Classmates show solidarity to teenagers with cancer

St. Joseph's Catholic School, teenagers with cancer, solidarity

St. Joseph's Catholic School, teenagers with cancer, solidarityGREENVILLE — When Christopher Olin and John Griffin Hawkins were diagnosed with cancer over the summer, their parents were devastated. They worried about the pain and suffering the teens would have to endure and their future health, the emotional stress of the disease on their families, the missed classes, and the costs of treatment.

The boys were worried about going back to school with bald heads once their hair fell out from chemotherapy.

“John Griffin was most worried about his bangs,” said his mother, Dawn Hawkins. “He prayed, God please help me keep my bangs. He won’t go anywhere without his beanie on.”

The teen did somehow retain a forelock that hangs down from the skullcap that normally fits under his football helmet. Chris wore his baseball cap for the first three days of the academic year, according to his mother Sheila Olin, but then decided to tough it out by “going bare.”

The boys, both athletes, are used to toughing things out, but their classmates at St. Joseph’s Catholic School decided to help ease their journeys. Dozens of ninth grade boys at the school shaved their heads as a show of solidarity with Chris and John.

“John Hawkins and I have been best friends since sixth grade,” said Will McLellan, 14. “And I went to see him in the hospital every day. I could see he was scared, so we decided to shave our heads to help him, to show that his friends were behind him.”

Tucker Genal, also 14, said that classmate Stanley Bikulege’s father arranged for a session of haircuts at a local barbershop and boys flooded into the place to show their support for their friends. Parents and the school cooperated in the effort with their own support of the classmates’ gesture, Tucker said.

“It’s a small school and everybody is a friend,” Stanley said.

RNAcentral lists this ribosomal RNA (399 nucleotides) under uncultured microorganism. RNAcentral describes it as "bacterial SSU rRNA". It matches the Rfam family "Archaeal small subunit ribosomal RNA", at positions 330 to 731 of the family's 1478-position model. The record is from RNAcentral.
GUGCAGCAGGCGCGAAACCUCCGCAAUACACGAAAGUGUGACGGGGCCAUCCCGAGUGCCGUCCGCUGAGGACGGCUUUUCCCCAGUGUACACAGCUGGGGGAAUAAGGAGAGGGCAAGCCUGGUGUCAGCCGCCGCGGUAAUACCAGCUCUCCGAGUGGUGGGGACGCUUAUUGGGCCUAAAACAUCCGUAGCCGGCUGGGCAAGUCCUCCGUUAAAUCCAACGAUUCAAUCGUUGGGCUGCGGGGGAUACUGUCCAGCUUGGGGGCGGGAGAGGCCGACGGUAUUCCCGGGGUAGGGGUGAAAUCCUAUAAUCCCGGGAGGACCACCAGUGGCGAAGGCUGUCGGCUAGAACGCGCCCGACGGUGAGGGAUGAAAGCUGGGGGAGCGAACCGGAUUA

The students at St. Joseph’s also prayed publicly for the boys.

Mrs. Olin said her son is handling his bone cancer and the operations and therapy well, and that she and her husband Bob are trying not to spoil him in his time of trial.

“It’s hard not to, because he’s not a complainer,” she said.

That same characteristic also led faculty member Kevin Stanton, who teaches both boys, to shave his head as a visible sign of support.

“They bear their crosses silently, everyday, gutting it out. It’s so inspiring and has got to have a positive influence on their classmates. They do a lot for us by just showing up; we all draw strength from these boys, and we pray for them when they are not here,” Stanton said.

When they are not in school, they are usually in a hospital being treated for their disease. Part of the suffering that the boys’ families go through is the added expense of traveling for treatments and surgeries and medical costs that insurance doesn’t cover.

To help relieve some of those expenses, friends of both cancer victims have arranged fundraisers at local businesses, and both have sites where donations may be made: for John Griffin Hawkins, or people can e-mail to buy a Caring For Christopher bracelet.

John is fighting Hodgkin lymphoma, a blood disease of the immune system.

The families are members of St. Mary Magdalene Church in Simpsonville. According to the two mothers, the medical prognosis for both boys is good.